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neo3dot1415

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Reply with quote  #1 
Hi,

There is a variable in .bhv file called ObjectStatusRecord. It has 3 columns, Status, Time, and Data. 

I assume the 2nd column, Time, is relative to the toggleobject function and it shows the TaskObject onset time (please, correct me if I am wrong).

If this is the case, why there is always 2-3 msec difference between the values in this column and their relative values in CodeTimes variable? 

* I'm using EventMarker inside the toggleobject function each time.

Thanks.
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Jaewon

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Reply with quote  #2 
Your understanding about ObjectStatusRecord is right. The difference of the recorded times between ObjectStatusRecord and CodeTimes is inevitable though, because eventmarker reads the timer separately. Both in the old ML and NIMH ML, the sequence of toggling object is the same like this.

1) Flip the screen
2) Read the timer (this is the time recorded in ObjectStatusRecord)
3) Call eventmarker (eventmarker reads the timer again and it goes to CodeTimes)

It is surprising that there is always a 2-3 ms difference in your system. In my computer, the difference is 0 or 1. There is not so much you can do about it except using a faster computer, I think, because the above 3 steps are just 3 lines of code. That is probably the maximum speed that your MATLAB can process with.
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neo3dot1415

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Reply with quote  #3 
Thanks Jaewon. I have core i7 6700K + 32 GB of DDR4 RAM + SSD hard drive.  

Another question [smile]

I'm doing close-loop experiment with ML and neural recording on Intan/OpenEphys. 

In order to synchronize the ML results with neural data, am using CodeTimes. Each value in CodeTimes is in millisecond. Let's say the first 9 (event marker) in the first trial has a relative value in CodeTimes equal to 5 msec. 

If I synchronize the two devices based on the first 9 of the first trial, the new zero would be at -5msec of the first 9. After first trial, I can't hold the synchronization because there is an offset. The offset is ranging from hundreds of microseconds to ~3 milliseconds (cumulative offset from first trial to last trial).

I was thinking the source is that ML time stamps the eventmarker in milliseconds rather microseconds. In the above example we have the first 9 at t = 5 msec, but we are not sure if it was 5.001 msec, 5.5 msec or 5.999 msec. So, this uncertainty and choosing 5 msec rather than the true value will cause the cumulative offset.


Thanks for the support.
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Jaewon

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Reply with quote  #4 
It is not clear to me what you mean by synchronizing two devices. Are you talking about syncing them during the experiment or aligning two data files? How did you calculate the offset?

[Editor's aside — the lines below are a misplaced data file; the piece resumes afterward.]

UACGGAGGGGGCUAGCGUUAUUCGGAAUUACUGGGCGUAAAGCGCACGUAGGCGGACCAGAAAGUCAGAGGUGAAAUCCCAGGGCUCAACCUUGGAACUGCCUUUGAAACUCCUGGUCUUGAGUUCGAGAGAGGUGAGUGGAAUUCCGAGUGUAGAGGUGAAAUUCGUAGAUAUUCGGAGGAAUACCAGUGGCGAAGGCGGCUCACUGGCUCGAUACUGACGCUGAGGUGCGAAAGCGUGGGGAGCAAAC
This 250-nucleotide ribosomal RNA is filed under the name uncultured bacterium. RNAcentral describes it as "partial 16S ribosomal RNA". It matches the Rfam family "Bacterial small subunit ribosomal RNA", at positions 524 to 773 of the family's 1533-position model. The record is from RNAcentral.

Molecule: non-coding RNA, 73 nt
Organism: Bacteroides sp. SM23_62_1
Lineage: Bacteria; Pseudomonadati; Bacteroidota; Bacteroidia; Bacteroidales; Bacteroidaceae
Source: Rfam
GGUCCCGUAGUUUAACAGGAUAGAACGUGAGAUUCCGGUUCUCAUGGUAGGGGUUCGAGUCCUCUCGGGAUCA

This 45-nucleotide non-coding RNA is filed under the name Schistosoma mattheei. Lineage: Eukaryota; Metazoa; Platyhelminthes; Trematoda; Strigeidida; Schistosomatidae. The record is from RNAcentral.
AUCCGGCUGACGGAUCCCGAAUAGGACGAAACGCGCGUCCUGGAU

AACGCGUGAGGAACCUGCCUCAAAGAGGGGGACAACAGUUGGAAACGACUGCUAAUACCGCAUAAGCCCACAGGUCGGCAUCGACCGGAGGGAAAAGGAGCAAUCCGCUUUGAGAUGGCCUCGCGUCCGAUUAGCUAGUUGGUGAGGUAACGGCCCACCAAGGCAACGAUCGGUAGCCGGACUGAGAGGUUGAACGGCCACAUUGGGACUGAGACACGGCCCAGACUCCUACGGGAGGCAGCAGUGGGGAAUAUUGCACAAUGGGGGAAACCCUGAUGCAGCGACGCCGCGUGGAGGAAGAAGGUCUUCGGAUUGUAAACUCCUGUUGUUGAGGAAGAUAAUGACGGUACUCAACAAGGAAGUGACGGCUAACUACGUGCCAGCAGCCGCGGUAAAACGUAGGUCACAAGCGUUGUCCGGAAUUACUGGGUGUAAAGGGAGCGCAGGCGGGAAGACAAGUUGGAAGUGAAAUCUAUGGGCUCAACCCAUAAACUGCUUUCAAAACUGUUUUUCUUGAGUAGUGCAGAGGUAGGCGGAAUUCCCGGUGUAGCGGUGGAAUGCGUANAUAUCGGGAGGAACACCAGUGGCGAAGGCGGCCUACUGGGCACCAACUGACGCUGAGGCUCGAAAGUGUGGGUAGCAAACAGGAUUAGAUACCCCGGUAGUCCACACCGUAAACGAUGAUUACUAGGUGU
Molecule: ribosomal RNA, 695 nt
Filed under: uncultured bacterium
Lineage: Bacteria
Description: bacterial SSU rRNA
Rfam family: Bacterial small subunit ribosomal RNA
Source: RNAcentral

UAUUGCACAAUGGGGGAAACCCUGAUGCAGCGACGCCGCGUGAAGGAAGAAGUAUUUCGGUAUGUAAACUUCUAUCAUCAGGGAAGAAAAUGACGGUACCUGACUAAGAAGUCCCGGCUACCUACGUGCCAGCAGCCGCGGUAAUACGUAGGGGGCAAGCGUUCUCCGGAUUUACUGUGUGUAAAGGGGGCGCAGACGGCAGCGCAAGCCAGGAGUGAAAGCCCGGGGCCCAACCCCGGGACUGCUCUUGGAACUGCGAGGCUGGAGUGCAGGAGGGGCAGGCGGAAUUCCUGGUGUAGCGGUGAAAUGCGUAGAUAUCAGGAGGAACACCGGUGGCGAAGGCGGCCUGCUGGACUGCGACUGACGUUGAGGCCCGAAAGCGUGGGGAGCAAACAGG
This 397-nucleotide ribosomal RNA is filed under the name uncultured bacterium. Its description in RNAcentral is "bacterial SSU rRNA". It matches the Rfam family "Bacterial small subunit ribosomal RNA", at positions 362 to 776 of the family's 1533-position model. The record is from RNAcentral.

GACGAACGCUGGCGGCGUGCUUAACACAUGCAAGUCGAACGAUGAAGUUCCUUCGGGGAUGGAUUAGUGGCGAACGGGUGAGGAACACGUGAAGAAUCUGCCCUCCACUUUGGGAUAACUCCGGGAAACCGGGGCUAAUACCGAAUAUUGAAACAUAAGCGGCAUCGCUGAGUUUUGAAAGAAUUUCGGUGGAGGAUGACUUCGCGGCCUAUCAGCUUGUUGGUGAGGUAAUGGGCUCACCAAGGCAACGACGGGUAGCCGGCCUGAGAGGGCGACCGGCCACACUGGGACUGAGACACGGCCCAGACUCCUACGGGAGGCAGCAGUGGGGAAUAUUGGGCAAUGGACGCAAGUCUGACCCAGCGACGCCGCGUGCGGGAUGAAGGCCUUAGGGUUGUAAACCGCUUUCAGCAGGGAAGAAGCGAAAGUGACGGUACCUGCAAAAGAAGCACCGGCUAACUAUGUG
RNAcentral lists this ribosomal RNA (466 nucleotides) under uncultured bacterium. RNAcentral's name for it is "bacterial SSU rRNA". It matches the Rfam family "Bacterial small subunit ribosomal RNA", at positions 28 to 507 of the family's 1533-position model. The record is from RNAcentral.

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neo3dot1415

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Reply with quote  #5 
Sorry if I did not explain well. 

I meant aligning two data sets. 

Getting back to my example. I extracted the time relative to the first 9 of the first trial from .bhv file (Codetimes). It was at t = 5 msec.

Digital input of OpenEphys continuously recorded the behavioral codes for the entire of experiment. 

In order to align the two signals, I had to find the new zero point on my recorded strobe signal (the time difference between ML start time and OpenEphys start time), which I took 5msec prior to the first initiation of strobe word and defined it as my new zero point for the strobe signal (Let's call the new signal; aligned_strobe_signal).

Then, I drew the aligned_strobe_signal (recorded by OpenEphys) on the EyeSignal (recorded by ML). It was fine for the first trail, because I assumed the first 9 happened at t = 5 msec. For the second trial, I've considered the relative AbsoluteTrialStartTime (from bhv file) of the 2nd trial and extracted the aligned_strobe_signal at time = AbsoluteTrialStartTime(2,1). Then again drew the two signals. In the 2nd trial, the first 9 happened at t = 4 msec (reading from CodeTimes), but in my plots strobe signal is located at ~t = 4.155 msec (0.155 msec would be the offset). As we going forward to trial 100th, this offset accumulated and reached to ~3msec!

What I am thinking is:

Let's say, if in the first trial, the first 9 happened at 5.999 msec, ML would write 5 instead of 5.999 (please, correct me if I'm wrong). The msec precision is only happing for CodeTimes not for example for AbsoluteTrialTimes (is in microsec). This may lead us to cut the strobe signal from the wrong place (instead of cutting 5.999 msec prior to first strobe we're cutting at 5 msec prior to it). That's why for the second trial, the first strobe is not sitting on its right position.    
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Jaewon

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Reply with quote  #6 
Now I understand how you did it. I think your aligning method is fine. However, I don't think rounding off is the source of the problem. The starting point of AbsoluteTrialStartTime is never reset and the CodeTimes of each trial uses the AbsoluteTrialStartTime of that trial as 0 and counts from there. Each timestamp may have an offset of ~1 ms between the devices, but it cannot add up. I think we need to consider the possibility that the clock speeds of two devices are different. Do you know what is the sampling rate of your recording device?

One thing I am curious about is that you said you extracted the aligned_strobe_signal at time = AbsoluteTrialStartTIme(2,1). I assumed that the aligned_strobe_signal is just a long array that contains all data from trial 1 to trial 100, but do you extract the aligned_strobe_signal every time for each trial? Do you have a function to do it? If so, it can that function that calculates the time displacement incorrectly.